News 13 was one of the first to report the surprise victory of a 23 year old from Mount Dora who was elected as a state representative.
But now that the celebration is over we wanted to know how she managed to pull off such a huge win.
News 13 met up with Jennifer Sullivan at her parent’s home, which doubled as her campaign headquarters, to get more insight into what some would say was the most interesting race last Tuesday night.
Sullivan showed News 13 the massive map still hanging in the upstairs hall of her parent’s home.
You might think this young woman capitalized on her generation's grasp of technology and social media.
Sullivan says she used social media to stay connected to her voters, but thinks she won the election the “old fashioned” way.
Jennifer said her and her team diligently walked countless miles, knocking on thousands of doors and listening to people.
“I have worn out two pairs of tennis shoes, running shoes, so I’m looking forward to getting new ones,” said Sullivan.
It started in February; six days a week by waking up early, answering emails and making fundraising calls.
She said from 10 a.m. until 7 p.m. she’d visit as many homes as possible both democrats and republicans.
“I’d walk all day and write personal notes to all the people I spoke within that day,” said Sullivan.
Her efforts paid off; though clearly, she was the underdog financially.
According to the Division of Elections, Sullivan had almost $78,000 in contribution records.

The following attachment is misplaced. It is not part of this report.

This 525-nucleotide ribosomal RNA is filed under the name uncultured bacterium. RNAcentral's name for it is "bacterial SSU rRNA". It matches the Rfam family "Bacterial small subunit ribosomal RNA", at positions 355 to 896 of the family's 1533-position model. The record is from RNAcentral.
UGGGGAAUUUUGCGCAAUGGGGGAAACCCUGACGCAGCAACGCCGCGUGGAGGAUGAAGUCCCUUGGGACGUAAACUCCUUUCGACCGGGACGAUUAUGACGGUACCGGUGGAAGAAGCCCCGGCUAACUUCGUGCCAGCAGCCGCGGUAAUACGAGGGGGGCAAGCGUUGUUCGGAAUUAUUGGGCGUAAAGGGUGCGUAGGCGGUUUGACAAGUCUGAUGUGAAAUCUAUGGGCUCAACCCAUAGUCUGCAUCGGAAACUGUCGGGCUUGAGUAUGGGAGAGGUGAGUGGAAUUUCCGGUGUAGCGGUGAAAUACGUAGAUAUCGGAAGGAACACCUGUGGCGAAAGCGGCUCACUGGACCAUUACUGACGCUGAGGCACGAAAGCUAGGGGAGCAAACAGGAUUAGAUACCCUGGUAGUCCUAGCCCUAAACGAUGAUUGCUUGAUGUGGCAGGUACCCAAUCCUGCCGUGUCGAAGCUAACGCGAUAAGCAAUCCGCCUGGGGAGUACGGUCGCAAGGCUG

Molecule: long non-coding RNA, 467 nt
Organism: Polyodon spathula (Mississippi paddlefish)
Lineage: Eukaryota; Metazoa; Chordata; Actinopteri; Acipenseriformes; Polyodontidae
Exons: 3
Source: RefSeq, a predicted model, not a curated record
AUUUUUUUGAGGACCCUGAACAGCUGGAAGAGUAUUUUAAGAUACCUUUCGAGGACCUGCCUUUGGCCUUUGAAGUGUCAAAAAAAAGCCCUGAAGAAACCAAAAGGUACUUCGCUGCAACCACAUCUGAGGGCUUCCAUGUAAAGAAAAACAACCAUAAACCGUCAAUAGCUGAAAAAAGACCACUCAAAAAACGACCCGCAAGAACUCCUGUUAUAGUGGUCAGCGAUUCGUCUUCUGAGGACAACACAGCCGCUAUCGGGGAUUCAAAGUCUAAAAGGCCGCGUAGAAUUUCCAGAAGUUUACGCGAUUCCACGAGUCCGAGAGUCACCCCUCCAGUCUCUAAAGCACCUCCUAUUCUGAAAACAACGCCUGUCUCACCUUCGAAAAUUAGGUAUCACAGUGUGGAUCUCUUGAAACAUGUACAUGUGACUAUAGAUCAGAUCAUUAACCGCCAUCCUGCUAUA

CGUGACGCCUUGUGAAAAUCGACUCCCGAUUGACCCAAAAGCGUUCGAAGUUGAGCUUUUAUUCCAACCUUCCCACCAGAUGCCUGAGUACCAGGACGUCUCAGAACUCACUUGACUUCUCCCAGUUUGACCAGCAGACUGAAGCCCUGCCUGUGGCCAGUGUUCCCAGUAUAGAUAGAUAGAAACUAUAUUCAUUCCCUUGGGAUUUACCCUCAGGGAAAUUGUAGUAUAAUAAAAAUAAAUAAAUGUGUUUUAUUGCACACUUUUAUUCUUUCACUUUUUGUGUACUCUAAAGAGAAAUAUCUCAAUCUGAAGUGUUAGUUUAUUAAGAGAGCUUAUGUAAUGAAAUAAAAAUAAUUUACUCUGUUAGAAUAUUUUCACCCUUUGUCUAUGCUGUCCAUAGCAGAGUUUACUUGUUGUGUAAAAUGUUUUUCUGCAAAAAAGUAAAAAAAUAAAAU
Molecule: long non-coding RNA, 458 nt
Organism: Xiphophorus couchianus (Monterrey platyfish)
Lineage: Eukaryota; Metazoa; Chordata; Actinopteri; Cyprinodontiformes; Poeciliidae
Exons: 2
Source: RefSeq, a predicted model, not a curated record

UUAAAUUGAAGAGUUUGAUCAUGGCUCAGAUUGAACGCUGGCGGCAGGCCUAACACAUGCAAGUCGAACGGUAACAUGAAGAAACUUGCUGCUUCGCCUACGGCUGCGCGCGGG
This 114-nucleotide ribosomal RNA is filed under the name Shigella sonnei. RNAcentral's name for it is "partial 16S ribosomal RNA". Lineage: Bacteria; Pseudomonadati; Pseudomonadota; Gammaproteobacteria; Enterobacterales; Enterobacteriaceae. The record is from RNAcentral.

Randy Glisson who came in second place – had more than double that with almost $200,000 while Terri Seefelt had about $110,000.
“I think to them it was so refreshing to have someone who was there to work to earn their vote, rather than just buy their vote on television or in the mailbox,” said Sullivan.
Her parent’s house, where she lives, was campaign headquarters and everyone in her close circle pitched in; from cooking, cleaning and doing laundry for volunteers.
Sullivan’s Grandmother Jane Yeackle said, “We all believe in Jennifer, and did what it took to get her to victory.”
The signs are down but the work has just begun.
“I know I have a lot to learn, there’s a lot of ways to grow,” says Sullivan.
Sullivan said she’s still trying to work out the details of where she is going to stay in Tallahassee, but she is excited for the challenge and looking forward to bring a fresh young voice to the state house.